Please note: this site relies heavily on the use of javascript. Without a javascript-enabled browser, this site will not function correctly. Please enable javascript and reload the page, or switch to a different browser.
0  structures 105  species 0  interactions 119  sequences 3  architectures

Family: Connexin50 (PF03509)

Summary: Gap junction alpha-8 protein (Cx50)

Pfam includes annotations and additional family information from a range of different sources. These sources can be accessed via the tabs below.

This is the Wikipedia entry entitled "GJA8". More...

GJA8 Edit Wikipedia article

GJA8
Identifiers
Aliases GJA8, CAE, CAE1, CTRCT1, CX50, CZP1, MP70, gap junction protein alpha 8
External IDs MGI: 99953 HomoloGene: 3857 GeneCards: GJA8
Gene location (Human)
Chromosome 1 (human)
Chr. Chromosome 1 (human)[1]
Chromosome 1 (human)
Genomic location for GJA8
Genomic location for GJA8
Band 1q21.2 Start 147,907,956 bp[1]
End 147,909,257 bp[1]
RNA expression pattern
PBB GE GJA8 208489 at fs.png
More reference expression data
Orthologs
Species Human Mouse
Entrez
Ensembl
UniProt
RefSeq (mRNA)

NM_005267

NM_008123

RefSeq (protein)

NP_005258

NP_032149

Location (UCSC) Chr 1: 147.91 – 147.91 Mb Chr 1: 96.91 – 96.93 Mb
PubMed search [3] [4]
Wikidata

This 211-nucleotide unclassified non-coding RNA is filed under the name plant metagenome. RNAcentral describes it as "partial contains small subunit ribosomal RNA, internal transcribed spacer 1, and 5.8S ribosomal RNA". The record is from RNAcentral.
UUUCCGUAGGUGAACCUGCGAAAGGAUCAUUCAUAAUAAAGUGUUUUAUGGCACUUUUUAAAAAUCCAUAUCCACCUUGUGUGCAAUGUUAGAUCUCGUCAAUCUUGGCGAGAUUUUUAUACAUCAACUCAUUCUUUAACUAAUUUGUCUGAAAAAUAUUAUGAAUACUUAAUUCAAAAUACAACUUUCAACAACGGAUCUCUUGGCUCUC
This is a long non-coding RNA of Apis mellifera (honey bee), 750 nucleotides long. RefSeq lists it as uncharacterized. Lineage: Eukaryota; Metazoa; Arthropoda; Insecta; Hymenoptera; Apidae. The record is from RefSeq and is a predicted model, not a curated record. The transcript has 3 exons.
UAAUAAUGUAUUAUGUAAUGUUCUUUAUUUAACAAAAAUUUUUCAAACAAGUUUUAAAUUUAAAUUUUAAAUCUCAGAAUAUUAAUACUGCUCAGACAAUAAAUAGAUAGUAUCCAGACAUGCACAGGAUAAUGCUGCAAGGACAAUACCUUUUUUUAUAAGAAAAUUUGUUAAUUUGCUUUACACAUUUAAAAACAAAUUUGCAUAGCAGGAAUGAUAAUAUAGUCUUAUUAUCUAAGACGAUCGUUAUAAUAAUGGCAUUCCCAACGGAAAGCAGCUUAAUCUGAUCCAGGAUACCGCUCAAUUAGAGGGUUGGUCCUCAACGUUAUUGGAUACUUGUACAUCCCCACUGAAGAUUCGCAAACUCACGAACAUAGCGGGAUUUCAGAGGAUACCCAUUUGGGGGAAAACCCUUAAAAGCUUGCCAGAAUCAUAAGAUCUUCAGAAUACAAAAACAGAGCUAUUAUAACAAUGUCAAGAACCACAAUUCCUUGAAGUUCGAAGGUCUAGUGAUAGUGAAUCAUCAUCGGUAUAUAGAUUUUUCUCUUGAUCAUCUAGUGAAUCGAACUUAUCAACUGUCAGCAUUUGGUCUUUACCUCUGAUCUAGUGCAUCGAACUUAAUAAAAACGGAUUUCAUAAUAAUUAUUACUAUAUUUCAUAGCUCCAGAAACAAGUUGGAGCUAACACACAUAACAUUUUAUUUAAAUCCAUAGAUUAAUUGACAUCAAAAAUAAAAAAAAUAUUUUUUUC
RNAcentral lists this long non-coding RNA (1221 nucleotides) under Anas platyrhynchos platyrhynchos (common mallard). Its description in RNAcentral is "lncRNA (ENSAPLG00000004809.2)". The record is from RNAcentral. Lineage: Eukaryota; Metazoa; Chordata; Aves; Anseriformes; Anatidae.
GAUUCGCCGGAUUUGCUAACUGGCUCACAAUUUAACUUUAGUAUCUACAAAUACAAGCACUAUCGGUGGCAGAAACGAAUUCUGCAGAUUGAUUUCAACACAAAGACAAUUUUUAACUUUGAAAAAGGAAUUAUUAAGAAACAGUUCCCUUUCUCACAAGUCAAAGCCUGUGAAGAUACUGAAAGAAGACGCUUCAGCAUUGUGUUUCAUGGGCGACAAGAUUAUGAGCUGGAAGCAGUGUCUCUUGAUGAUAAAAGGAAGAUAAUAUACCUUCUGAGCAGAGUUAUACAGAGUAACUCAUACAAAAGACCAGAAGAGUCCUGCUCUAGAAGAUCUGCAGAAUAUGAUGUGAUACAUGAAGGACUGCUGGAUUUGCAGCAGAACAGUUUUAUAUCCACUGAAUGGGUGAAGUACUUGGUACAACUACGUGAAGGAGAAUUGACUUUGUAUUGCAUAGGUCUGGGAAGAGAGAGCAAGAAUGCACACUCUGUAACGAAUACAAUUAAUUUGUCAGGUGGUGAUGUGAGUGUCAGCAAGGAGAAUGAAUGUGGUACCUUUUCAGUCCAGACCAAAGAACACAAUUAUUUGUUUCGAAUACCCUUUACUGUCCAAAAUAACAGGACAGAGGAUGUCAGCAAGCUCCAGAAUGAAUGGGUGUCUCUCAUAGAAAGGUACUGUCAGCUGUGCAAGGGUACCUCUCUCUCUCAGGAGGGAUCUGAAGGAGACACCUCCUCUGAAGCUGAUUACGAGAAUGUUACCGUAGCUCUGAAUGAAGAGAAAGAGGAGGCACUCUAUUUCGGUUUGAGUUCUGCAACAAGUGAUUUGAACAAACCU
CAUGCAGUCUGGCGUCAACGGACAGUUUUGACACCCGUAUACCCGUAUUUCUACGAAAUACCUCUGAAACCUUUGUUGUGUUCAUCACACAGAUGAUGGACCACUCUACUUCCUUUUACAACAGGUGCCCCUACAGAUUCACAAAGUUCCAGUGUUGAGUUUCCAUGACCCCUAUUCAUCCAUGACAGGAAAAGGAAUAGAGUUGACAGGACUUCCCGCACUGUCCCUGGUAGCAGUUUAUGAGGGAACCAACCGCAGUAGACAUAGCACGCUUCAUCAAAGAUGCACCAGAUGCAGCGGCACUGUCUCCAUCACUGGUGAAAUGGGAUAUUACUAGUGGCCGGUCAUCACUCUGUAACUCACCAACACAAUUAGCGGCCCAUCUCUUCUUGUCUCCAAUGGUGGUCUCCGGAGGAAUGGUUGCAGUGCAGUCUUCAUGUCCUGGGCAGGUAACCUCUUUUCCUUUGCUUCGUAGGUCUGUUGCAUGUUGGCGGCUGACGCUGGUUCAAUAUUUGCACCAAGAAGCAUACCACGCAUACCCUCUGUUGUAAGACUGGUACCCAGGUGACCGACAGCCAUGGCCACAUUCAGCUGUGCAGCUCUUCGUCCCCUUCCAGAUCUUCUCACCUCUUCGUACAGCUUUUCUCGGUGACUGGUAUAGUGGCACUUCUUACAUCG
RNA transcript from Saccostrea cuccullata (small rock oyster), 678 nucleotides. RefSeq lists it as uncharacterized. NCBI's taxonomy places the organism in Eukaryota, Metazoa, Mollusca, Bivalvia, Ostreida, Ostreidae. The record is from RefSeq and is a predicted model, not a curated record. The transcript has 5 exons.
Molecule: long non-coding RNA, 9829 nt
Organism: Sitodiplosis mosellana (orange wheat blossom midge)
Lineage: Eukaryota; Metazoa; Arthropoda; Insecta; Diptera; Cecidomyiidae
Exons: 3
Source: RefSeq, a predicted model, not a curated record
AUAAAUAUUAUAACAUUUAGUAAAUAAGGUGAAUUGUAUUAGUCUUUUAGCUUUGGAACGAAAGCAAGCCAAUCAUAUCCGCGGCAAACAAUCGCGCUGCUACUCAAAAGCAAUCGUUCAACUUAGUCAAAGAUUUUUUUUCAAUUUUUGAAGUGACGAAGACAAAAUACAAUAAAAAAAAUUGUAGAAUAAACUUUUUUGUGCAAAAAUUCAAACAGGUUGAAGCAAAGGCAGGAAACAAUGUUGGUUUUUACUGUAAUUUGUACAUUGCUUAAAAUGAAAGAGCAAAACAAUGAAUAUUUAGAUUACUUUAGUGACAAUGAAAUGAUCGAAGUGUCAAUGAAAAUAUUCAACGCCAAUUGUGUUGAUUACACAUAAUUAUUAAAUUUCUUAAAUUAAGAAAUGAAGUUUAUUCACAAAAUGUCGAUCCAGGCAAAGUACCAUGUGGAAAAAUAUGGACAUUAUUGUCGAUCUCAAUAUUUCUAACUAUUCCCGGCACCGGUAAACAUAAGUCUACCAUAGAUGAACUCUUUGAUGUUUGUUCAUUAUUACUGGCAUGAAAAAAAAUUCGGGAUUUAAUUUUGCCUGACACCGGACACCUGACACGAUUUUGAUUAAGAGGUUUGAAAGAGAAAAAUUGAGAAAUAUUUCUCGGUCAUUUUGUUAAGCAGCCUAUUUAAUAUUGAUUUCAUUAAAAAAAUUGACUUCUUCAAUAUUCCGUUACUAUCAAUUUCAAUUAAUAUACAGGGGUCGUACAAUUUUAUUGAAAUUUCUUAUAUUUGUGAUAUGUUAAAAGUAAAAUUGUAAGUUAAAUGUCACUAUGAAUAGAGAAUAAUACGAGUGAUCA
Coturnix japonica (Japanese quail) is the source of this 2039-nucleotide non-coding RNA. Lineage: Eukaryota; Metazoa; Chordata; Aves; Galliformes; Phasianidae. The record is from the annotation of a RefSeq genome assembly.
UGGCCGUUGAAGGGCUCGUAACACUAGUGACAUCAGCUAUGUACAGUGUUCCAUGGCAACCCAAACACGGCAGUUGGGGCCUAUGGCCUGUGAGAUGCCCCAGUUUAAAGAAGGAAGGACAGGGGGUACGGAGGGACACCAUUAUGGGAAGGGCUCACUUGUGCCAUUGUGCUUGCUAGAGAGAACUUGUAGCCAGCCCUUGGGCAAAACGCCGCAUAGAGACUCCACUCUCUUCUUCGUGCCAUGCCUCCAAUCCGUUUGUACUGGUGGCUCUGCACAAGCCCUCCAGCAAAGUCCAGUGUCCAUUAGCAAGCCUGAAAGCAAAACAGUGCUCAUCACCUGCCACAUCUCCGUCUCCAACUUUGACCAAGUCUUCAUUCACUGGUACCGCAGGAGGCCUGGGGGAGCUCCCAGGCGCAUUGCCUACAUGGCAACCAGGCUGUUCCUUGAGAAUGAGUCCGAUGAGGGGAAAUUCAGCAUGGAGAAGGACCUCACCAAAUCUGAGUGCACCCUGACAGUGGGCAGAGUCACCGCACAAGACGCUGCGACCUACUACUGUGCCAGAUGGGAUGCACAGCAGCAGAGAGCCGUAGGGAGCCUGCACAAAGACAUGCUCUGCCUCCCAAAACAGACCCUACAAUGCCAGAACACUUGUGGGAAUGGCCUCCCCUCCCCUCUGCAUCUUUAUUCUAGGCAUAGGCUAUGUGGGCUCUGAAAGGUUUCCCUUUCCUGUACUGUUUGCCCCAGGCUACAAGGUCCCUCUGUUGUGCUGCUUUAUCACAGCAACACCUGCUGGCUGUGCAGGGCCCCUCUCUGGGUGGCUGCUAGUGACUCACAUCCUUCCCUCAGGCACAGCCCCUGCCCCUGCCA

View/Edit Human View/Edit Mouse
Connexin50
Identifiers
Symbol Connexin50
Pfam PF03509
InterPro IPR002266

Gap junction alpha-8 protein is a protein that in humans is encoded by the GJA8 gene.[5][6][7] It is also known as connexin 50.

Related gene problems

Interactions

GJA8 has been shown to interact with Tight junction protein 1.[10]

References

  1. ^ a b c GRCh38: Ensembl release 89: ENSG00000121634 - Ensembl, May 2017
  2. ^ a b c GRCm38: Ensembl release 89: ENSMUSG00000049908 - Ensembl, May 2017
  3. ^ "Human PubMed Reference:". 
  4. ^ "Mouse PubMed Reference:". 
  5. ^ Shiels A, Mackay D, Ionides A, Berry V, Moore A, Bhattacharya S (Apr 1998). "A missense mutation in the human connexin50 gene (GJA8) underlies autosomal dominant "zonular pulverulent" cataract, on chromosome 1q". Am J Hum Genet. 62 (3): 526–32. doi:10.1086/301762. PMC 1376956Freely accessible. PMID 9497259. 
  6. ^ Church RL, Wang JH, Steele E (Aug 1995). "The human lens intrinsic membrane protein MP70 (Cx50) gene: clonal analysis and chromosome mapping". Curr Eye Res. 14 (3): 215–21. doi:10.3109/02713689509033517. PMID 7796604. 
  7. ^ "Entrez Gene: GJA8 gap junction protein, alpha 8, 50kDa". 
  8. ^ a b Mefford HC, Sharp AJ, Baker C, Itsara A, Jiang Z, Buysse K, Huang S, Maloney VK, Crolla JA, Baralle D, et al. (October 2008). "Recurrent rearrangements of chromosome 1q21.1 and variable pediatric phenotypes". N. Engl. J. Med. 359 (16): 1685–99. doi:10.1056/NEJMoa0805384. PMC 2703742Freely accessible. PMID 18784092. 
  9. ^ Rong P, Wang X, Niesman I, Wu Y, Benedetti LE, Dunia I, Levy E, Gong X (January 2002). "Disruption of Gja8 (alpha8 connexin) in mice leads to microphthalmia associated with retardation of lens growth and lens fiber maturation". Development. 129 (1): 167–74. PMID 11782410.